What's more vital to playing receiver in the NFL -- separation skill or contested-catch ability? 

My answer is contested-catch ability, as it's the ultimate trump card to perfectly executed coverage. 

Below I've ranked each of the consensus top eight wideouts in the qualities I deem most necessary to be successful at the position in the pros (listed in order of importance). I've also added one player who should be available a bit later in the draft that excels at each particular trait.

Other installments in this series: Quarterbacks, Running Backs

High-Pointing/Contested-Catch Ability

  1. Courtland Sutton
  2. James Washington
  3. Michael Gallup
  4. Anthony Miller
  5. D.J. Moore
  6. Christian Kirk
  7. D.J. Chark
  8. Calvin Ridley

Sutton measured in at slightly over 6-foot-3 and 218 pounds at the combine, and he plays bigger than that. He's comfortable making grabs over his head and has the size to box out smaller defenders. He's one of the better pure high-point wideouts in this class. Despite being under 6-0, Washington is ridiculous in contested-catch situations. And that's different from high-pointing. Washington won't leap 35 inches in the air to snag the ball outside his frame. But he tracks it so amazingly well, has long arms, big hands, and outstanding concentration that allow him to consistently reel in the football in tight coverage down the field. Gallup and Miller are aggressive when the ball is in the air too, and this is an area in which speedsters Chark and Ridley struggle.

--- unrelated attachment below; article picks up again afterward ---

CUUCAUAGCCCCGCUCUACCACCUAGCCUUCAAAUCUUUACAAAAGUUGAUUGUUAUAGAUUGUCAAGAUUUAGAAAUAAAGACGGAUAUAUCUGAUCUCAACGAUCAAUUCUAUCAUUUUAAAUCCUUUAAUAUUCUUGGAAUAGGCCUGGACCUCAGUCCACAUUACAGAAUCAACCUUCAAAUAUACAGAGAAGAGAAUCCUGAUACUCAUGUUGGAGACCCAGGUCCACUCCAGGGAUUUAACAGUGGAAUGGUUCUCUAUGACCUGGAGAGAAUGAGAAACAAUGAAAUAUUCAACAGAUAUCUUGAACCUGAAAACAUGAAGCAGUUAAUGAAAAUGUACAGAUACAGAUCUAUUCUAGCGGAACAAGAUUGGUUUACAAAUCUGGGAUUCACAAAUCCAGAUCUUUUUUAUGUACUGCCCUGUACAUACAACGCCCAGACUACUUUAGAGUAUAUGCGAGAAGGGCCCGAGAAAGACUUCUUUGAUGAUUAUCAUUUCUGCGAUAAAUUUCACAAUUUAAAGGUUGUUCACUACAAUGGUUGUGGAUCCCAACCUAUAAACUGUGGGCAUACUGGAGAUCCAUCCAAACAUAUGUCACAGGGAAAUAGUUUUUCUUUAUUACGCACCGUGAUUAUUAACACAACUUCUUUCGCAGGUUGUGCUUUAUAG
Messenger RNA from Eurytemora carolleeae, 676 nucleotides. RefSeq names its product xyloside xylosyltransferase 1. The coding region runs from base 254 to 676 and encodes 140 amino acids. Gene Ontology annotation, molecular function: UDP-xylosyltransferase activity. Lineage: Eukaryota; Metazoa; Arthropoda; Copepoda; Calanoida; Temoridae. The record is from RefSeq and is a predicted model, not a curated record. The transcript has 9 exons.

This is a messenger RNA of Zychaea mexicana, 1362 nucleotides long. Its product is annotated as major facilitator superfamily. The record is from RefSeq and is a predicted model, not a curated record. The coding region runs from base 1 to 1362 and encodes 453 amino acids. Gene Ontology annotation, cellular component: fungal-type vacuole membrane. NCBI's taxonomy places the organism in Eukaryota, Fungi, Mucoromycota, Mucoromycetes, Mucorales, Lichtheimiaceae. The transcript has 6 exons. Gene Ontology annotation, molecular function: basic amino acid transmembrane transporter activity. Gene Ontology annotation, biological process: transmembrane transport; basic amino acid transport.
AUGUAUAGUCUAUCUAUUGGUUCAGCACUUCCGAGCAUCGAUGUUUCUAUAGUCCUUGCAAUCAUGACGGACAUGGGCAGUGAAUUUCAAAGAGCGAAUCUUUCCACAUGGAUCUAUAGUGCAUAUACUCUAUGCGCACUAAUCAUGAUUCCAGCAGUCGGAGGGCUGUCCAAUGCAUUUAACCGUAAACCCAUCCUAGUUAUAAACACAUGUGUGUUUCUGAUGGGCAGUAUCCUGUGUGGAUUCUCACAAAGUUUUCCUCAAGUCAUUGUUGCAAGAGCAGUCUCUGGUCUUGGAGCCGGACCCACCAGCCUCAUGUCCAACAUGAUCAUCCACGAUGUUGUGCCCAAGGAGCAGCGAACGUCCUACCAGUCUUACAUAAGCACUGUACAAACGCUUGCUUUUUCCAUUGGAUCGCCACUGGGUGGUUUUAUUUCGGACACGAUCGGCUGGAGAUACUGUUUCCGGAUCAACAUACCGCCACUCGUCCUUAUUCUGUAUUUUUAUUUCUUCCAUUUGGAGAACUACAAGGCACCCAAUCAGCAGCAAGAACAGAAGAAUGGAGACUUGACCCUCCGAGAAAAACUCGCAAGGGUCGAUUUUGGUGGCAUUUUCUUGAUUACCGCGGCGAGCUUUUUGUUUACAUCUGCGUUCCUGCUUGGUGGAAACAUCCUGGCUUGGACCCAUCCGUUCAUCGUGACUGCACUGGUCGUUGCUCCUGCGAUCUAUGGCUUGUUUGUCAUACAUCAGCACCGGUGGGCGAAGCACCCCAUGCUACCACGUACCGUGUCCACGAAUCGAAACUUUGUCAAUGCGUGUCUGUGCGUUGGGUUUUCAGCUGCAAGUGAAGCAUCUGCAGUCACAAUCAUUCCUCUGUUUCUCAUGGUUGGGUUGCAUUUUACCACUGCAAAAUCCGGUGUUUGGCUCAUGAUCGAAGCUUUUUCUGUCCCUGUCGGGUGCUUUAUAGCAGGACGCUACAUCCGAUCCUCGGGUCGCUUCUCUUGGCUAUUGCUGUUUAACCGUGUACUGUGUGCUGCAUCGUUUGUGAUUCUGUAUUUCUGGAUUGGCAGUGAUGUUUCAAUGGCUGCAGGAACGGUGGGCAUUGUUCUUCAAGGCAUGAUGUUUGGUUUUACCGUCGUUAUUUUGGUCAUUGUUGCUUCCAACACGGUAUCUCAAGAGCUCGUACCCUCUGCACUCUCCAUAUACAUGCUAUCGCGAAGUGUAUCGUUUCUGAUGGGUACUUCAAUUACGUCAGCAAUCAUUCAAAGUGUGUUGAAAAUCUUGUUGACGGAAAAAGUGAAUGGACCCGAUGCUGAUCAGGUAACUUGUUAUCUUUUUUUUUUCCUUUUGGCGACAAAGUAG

Sleeper: Allen Lazard

At almost 6-5 and 225 pounds with a 38-inch vertical, Lazard is high-pointing master. And he can take hits in the air while extending for the football and still bring it in. The former Iowa State target is athletic enough to stay at wide receiver in the NFL and dominate on the outside due to his "rebounding" ability. Auden Tate from Florida State and Oklahoma State's Marcell Ateman are two other prospects who excel high-pointing the football.

Route Running

  1. Ridley
  2. Gallup
  3. Miller
  4. Washington
  5. Moore
  6. Kirk
  7. Sutton
  8. Chark

Ridley is impressive here, frequently winning at the line with sudden movement and sharply cutting on his routes with multiple breaks. Gallup is smoother than Ridley as a route-runner, making it look effortless to create separation. Miller and Washington run excellent downfield routes -- especially double moves -- as does Moore. Sutton wasn't asked to run a variety of routes at SMU but has the movement skills to create space. Chark was mainly a go-route wideout at LSU and is super explosive yet limited with his change of direction. 

Sleeper: DaeSean Hamilton

The former Penn State star sells his routes like he's a 10-year veteran. Everything from his head to his shoulders to his hips look like he's breaking one way before he quickly turns in a different direction. 

Yards After The Catch

  1. Gallup
  2. Moore
  3. Miller
  4. Sutton
  5. Kirk
  6. Ridley
  7. Washington
  8. Chark